What happens if parents cannot agree whether a child should return to school?
Such differences of opinion may not only be between separated parents but also with parents living together. However even where children spend the majority of their time with one parent, that parent should discuss important matters in relation to their upbringing with the other parent. In the current circumstances a return to school may well be considered one such matter.
If at all possible, parents should in the first instance discuss their concerns directly to try and agree, or explore whether alternative arrangements can be made. For example, if one of the concerns is about the child travelling on public transport, solutions could be developed to help make the concerned parent feel more at ease, such as the other parent picking the child up and driving them for the time being. If there are issues around the safety measures the school has put in place, then these should be discussed with the school, involving both parents. It may also be the case the children can return to school and then be withdrawn in parents are concerned about the safeguarding measures in place.
There may also be particular considerations for some parents, such as siblings who will not be returning to school, or households where there may be adults or children with underlying health conditions which put them at greater risk. Balanced against that, will doubtless be factors such as the impact of missing school on the child's education and socialising with their peers, as well as their mental well-being.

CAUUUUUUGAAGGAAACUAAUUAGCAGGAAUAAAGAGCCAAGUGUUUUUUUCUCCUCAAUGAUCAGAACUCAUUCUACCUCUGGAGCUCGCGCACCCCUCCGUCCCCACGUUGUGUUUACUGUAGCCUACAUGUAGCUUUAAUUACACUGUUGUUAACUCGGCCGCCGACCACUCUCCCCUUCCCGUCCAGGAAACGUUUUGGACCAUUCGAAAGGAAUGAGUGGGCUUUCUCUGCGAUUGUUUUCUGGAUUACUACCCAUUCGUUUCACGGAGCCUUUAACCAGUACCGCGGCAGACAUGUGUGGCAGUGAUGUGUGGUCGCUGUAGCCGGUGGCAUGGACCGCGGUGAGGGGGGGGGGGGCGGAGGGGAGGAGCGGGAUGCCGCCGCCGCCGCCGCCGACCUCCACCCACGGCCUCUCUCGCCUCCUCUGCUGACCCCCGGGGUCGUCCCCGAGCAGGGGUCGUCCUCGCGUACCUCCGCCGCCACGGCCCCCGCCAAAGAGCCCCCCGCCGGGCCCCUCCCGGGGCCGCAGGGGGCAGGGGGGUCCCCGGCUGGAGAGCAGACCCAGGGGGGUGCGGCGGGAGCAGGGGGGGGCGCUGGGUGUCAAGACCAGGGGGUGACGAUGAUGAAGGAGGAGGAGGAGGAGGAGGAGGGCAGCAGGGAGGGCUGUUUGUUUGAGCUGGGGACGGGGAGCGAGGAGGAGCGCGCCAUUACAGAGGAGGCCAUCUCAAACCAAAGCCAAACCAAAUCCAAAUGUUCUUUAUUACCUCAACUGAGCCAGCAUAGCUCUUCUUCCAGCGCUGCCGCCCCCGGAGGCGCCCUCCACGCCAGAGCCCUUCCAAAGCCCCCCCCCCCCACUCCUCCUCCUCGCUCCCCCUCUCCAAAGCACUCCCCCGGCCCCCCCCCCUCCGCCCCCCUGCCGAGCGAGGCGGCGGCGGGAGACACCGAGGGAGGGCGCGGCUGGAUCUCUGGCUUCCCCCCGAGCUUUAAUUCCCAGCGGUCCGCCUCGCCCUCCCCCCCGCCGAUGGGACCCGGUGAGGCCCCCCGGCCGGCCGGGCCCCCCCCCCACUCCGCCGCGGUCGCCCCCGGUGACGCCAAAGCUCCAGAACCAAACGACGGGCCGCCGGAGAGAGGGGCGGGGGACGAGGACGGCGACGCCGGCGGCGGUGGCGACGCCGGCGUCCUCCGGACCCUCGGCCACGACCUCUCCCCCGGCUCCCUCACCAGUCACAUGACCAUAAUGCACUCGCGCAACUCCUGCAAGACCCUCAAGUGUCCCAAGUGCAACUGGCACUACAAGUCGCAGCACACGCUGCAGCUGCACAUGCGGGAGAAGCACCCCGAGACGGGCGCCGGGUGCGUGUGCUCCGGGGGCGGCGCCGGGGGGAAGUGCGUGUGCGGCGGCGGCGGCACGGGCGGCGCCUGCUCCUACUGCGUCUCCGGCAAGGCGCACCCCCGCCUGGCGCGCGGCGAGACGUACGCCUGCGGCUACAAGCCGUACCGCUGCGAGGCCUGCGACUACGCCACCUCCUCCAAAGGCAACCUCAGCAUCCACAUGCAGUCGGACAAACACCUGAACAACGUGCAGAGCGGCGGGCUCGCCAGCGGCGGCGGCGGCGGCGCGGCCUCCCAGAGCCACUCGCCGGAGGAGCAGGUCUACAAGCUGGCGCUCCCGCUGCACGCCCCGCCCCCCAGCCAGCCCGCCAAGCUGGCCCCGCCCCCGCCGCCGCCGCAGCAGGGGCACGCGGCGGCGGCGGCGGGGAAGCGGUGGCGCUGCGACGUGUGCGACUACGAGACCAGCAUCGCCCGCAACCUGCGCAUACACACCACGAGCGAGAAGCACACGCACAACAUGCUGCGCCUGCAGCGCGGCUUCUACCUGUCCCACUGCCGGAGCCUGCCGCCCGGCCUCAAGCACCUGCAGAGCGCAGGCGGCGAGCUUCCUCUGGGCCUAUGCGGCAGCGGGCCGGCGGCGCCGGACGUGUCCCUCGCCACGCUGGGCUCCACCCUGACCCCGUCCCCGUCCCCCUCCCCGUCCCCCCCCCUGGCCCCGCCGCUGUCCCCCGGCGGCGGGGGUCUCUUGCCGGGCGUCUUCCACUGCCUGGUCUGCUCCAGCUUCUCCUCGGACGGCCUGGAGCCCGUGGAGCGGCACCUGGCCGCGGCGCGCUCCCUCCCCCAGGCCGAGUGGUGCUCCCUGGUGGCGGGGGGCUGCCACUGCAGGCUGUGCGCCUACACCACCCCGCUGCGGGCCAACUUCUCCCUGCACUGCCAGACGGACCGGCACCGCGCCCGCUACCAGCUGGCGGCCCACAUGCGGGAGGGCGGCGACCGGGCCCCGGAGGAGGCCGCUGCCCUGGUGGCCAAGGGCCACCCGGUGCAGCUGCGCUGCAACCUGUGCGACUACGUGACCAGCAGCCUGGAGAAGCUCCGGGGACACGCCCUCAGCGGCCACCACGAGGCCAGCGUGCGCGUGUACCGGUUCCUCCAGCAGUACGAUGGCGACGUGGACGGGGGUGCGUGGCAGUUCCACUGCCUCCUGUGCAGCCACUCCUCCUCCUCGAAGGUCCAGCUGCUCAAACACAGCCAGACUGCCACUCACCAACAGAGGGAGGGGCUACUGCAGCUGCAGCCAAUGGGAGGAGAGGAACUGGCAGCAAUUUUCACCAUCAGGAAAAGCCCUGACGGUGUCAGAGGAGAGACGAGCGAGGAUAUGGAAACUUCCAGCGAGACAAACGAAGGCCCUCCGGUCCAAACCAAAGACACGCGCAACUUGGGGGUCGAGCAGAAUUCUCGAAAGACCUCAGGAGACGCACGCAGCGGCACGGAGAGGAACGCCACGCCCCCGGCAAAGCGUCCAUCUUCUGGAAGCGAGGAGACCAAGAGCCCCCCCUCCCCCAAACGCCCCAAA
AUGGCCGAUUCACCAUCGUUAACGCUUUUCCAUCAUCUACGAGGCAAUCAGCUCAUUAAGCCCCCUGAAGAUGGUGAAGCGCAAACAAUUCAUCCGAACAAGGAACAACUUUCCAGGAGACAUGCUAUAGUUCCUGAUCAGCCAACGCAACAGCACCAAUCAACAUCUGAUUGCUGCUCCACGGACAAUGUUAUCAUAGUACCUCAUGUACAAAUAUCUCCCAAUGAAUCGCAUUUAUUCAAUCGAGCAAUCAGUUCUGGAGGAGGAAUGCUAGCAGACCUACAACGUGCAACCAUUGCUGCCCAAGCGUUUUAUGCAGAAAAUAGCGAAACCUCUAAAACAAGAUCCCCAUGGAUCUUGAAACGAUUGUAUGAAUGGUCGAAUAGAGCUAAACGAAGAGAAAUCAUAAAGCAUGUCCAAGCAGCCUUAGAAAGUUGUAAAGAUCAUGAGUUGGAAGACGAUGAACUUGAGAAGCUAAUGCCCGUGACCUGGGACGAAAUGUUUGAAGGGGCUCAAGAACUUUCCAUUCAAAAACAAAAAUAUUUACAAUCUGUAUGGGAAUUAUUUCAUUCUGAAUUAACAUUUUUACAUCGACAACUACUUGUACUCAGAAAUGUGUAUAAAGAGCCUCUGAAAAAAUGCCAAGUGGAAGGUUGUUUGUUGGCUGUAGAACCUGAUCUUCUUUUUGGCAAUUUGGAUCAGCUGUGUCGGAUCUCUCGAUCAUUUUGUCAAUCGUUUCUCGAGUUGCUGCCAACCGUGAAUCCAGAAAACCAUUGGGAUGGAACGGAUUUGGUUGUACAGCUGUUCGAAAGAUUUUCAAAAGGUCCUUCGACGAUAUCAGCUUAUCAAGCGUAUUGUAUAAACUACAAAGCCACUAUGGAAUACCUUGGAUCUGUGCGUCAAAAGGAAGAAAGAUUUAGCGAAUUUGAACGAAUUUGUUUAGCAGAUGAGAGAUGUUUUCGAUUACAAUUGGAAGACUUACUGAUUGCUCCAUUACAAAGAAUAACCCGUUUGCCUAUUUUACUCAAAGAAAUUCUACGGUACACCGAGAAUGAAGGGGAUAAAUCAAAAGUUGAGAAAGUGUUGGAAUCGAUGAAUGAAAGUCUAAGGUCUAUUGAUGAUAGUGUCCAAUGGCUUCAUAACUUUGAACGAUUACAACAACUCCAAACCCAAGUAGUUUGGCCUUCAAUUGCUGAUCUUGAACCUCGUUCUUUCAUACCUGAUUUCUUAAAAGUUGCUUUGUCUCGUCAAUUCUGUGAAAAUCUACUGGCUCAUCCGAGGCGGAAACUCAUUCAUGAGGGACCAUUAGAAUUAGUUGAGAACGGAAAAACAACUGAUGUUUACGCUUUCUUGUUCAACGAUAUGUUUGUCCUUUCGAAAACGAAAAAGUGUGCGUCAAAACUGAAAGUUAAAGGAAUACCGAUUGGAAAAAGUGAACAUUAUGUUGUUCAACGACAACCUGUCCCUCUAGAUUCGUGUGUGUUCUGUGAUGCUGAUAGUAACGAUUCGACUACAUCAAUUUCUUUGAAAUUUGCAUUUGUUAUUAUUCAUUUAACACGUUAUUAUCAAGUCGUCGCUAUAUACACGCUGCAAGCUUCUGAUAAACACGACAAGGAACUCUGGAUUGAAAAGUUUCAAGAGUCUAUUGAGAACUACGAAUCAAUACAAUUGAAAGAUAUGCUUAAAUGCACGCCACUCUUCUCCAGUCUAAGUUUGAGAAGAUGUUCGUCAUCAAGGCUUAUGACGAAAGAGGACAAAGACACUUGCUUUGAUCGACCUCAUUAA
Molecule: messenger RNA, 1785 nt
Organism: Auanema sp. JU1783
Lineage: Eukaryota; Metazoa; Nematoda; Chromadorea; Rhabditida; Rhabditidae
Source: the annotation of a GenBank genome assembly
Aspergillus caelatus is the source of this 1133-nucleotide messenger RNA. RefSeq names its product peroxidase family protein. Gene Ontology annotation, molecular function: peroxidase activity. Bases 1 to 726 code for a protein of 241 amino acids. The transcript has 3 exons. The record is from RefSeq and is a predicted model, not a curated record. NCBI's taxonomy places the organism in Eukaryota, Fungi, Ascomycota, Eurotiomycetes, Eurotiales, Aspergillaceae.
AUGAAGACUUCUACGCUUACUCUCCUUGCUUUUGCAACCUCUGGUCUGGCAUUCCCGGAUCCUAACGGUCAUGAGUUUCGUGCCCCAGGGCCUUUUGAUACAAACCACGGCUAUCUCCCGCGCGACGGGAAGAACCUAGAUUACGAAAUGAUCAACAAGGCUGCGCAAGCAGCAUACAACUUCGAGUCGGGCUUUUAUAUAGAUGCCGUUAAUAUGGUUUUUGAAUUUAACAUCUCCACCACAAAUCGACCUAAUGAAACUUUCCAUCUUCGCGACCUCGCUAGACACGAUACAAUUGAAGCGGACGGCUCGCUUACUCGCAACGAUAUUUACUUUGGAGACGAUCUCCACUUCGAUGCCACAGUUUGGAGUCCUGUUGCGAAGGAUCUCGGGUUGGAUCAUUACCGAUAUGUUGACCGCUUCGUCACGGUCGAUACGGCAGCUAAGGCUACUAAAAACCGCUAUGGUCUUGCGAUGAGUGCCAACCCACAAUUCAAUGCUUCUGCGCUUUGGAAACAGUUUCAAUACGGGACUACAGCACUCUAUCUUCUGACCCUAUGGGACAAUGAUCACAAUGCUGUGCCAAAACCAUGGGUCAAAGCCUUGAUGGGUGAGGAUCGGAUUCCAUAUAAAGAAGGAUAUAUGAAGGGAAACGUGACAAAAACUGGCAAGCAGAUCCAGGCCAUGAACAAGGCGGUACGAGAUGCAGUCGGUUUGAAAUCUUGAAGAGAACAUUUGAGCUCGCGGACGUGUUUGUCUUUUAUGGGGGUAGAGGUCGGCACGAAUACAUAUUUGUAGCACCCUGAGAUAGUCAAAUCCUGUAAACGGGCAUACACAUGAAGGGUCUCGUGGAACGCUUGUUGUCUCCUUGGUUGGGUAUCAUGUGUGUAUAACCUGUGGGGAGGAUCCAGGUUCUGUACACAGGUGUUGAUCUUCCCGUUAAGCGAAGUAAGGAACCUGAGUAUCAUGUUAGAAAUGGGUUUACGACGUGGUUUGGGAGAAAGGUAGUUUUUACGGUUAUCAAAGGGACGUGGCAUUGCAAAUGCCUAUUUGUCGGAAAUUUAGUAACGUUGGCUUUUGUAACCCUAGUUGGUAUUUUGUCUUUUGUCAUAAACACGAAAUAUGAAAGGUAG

If parents do not feel able to have these discussions directly, or need the assistance of a third party, then a mediator can assist in facilitating the conversation and exploring different options.
However ultimately, if parents are unable to agree then an application can be made to the court for a Specific Issue Order (which is an order to determine a specific question which has arisen or may arise in connection with any aspect of parental responsibility for a child), or a Prohibited Steps Order (which prevents someone from exercising their parental responsibility in respect of the disputed matter),. Which application is appropriate will depend upon whether the parent wishes for the child to return to school in the face of opposition from the other parent, or is seeking to prevent the child from returning to school. In respect of both orders, the child's welfare will be the court's paramount consideration. Factors which will be taken into consideration in determining the outcome include the child's physical and emotional need, but also, importantly in such cases, their educational needs.
Clearly, court proceedings should always be a last resort, and the outcome will depend upon the particular facts of each case. Applications can be made on an urgent basis, although it will be up to the individual judge to decide whether a case is suitable to be heard remotely.